The coming year features three gubernatorial races, and perhaps a fourth. The first three are in Kentucky, Louisiana and Mississippi. In Kentucky, incumbent Democrat Governor Steve Beshear is expected to seek a second term and is likely to face off against Republican David Williams, currently president of the Kentucky State Senate. In Louisiana, Bobby Jindal will seek a second term and Democrats are still looking for a candidate to run against him.
In Mississippi, Haley Barbour is term-limited. Lt. Gov. Phil Bryant is heir apparent, but he is expected to be challenged by philanthropist Dave Dennis in the GOP primary. The Democratic field currently includes businessman Bill Luckett and Hattiesburg Mayor Johnny DuPree; Luckett is touting the support of actor Morgan Freeman, who has roots in the state. However, Freeman may have complicated Luckett’s bid when he declared, “reform in Mississippi is hard because the base stock of this state is a mule-headed bunch of farmers.” (But I’m sure he said it in a low, melodic, reassuring tone of voice.)
But the open question at this moment is West Virginia:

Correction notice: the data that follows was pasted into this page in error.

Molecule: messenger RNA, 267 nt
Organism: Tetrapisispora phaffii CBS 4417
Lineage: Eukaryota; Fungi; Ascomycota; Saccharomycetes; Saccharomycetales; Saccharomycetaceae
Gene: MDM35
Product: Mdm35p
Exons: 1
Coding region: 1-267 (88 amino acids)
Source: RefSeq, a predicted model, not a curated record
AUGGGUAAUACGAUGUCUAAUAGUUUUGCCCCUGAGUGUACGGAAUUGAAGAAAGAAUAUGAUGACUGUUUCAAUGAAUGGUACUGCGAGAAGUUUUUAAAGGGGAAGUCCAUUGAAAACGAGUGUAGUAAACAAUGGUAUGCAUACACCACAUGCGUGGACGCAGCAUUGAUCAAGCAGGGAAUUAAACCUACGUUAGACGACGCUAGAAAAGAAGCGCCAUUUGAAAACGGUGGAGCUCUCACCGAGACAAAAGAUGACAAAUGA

The battle lines over when a special election for governor will occur became more defined Monday when four elected officials from two branches of government filed conflicting opinions with the state Supreme Court.
Monday was the deadline for responses to two legal actions seeking the state Supreme Court to order a special election for governor sometime in the next year.
The lawsuit names three potential gubernatorial candidates – acting Gov. Earl Ray Tomblin, Speaker of the House Rick Thompson, and Secretary of State Natalie Tennant – as defendants, each having a different take on the case.
Senate President Earl Ray Tomblin, D-Logan, assumed the role of acting governor on Nov. 15 when Gov. Joe Manchin resigned to assume his post in the U.S. Senate.
I’m told the Republican Governors Association is monitoring the situation closely.